You also need to love yourself. Self-love is a state of accepting yourself after you have reconciled with things about you that is beyond your power to change. It also means accepting your emotions for what they are and putting your physical, emotional, and mental well-being first.
It is normal for your emotions to fluctuate when your desires are not met and experience makes you vulnerable. That’s what makes you human. Refuse to be neither a pushover nor a puppet dancing to the tune of other people’s rhythm of opinions.
Single period: What to do
You need to know that you can’t please everyone. Just make sure you are pleasing God, working on yourself and developing your spiritual stamina.
At any point or juncture, you are, love yourself because that is not your full stop, it’s just a comma; you are on your way to a destination. It is not an end but a bend, you are destined for a glorious destination, so don’t die emotionally, psychologically, mentally, spiritually, and even physically because of a stopover.
Keep moving and while doing that, love yourself. If you look well, you’ll discover that your current position is someone else’s prayer point. So don’t kill yourself because of the drama you’re seeing at the moment, keep moving. Like one of my mentors would say, “Na person wey dey alive dey marry” (it is only the living that can marry).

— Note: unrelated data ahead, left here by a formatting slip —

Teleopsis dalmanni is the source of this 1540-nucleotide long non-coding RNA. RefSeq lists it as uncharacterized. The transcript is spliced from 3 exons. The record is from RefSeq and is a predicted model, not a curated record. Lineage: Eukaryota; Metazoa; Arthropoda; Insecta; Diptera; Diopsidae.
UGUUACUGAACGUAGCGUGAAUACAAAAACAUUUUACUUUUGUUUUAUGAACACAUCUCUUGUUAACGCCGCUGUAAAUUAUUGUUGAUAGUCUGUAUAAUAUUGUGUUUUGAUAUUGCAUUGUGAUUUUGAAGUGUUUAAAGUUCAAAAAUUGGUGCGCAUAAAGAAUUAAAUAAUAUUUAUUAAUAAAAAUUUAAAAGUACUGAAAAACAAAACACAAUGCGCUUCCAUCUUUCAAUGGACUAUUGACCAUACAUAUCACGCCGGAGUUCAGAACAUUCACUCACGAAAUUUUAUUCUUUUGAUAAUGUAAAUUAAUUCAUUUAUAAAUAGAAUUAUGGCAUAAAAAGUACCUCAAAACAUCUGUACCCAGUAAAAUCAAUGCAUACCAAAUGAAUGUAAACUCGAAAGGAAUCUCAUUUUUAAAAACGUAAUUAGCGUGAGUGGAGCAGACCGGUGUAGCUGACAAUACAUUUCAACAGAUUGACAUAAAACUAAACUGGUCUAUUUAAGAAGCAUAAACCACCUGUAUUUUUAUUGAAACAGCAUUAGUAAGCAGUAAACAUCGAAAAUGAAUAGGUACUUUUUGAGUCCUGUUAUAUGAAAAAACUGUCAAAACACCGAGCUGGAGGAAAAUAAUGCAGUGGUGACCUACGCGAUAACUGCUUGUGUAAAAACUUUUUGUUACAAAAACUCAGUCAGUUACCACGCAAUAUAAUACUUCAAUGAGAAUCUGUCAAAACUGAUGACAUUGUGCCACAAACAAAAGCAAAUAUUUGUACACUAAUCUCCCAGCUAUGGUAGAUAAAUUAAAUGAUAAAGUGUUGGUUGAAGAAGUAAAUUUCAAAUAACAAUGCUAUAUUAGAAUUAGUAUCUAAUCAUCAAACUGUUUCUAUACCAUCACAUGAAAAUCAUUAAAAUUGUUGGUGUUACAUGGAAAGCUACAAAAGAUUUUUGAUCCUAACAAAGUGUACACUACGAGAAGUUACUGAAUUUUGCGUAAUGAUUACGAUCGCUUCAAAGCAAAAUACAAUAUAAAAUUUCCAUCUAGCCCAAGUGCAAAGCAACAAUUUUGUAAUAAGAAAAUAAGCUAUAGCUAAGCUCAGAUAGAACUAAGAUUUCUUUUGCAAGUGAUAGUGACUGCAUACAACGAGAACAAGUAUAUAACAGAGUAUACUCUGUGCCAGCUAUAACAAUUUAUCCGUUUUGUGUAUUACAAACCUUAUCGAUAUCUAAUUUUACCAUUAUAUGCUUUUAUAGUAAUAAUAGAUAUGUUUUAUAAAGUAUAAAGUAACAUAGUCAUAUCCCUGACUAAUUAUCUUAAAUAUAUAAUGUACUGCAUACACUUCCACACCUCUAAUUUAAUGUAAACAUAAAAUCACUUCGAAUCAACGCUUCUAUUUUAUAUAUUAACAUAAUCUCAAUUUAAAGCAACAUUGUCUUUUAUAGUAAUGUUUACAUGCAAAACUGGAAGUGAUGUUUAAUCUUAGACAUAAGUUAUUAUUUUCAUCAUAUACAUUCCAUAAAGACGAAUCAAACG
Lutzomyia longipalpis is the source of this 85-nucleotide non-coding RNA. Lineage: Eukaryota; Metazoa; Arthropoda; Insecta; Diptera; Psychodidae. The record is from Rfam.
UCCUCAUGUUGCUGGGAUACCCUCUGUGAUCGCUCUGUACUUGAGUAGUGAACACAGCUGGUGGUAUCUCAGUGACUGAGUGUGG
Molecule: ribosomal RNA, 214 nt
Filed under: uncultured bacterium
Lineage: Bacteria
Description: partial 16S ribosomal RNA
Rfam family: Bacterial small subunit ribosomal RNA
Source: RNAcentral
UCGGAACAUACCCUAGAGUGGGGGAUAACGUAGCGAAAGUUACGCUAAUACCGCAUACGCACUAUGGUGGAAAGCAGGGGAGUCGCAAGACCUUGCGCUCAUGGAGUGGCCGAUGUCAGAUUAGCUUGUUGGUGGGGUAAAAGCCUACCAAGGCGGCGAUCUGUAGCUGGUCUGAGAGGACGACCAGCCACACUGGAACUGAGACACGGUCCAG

A lady once lamented to me on how she had done everything she knew and what she was told to do by her pastor, and people she respected so as to get married but it wasn’t happening. I then told her to be calm, relax, achieve more and have fun. It sounded foolish but God helped me to talk to her and she yielded. She called me a year later that she’d be getting married. Sometimes, distractions can come when we focus too much on the drama.
Being alone for too long can increase the vulnerability challenge. The way you handle it will determine the outcome; whether slipping into depression and turning to an emotional wreck or becoming better till you finally find that special person. Always remember, singlehood is not a disease but a phase in life that will come with some dramas and you can enjoy it while it lasts.
“Being alone for too long can increase the vulnerability challenge. The way you handle it will determine the outcome.”
West wrote via firstname.lastname@example.org 08059964446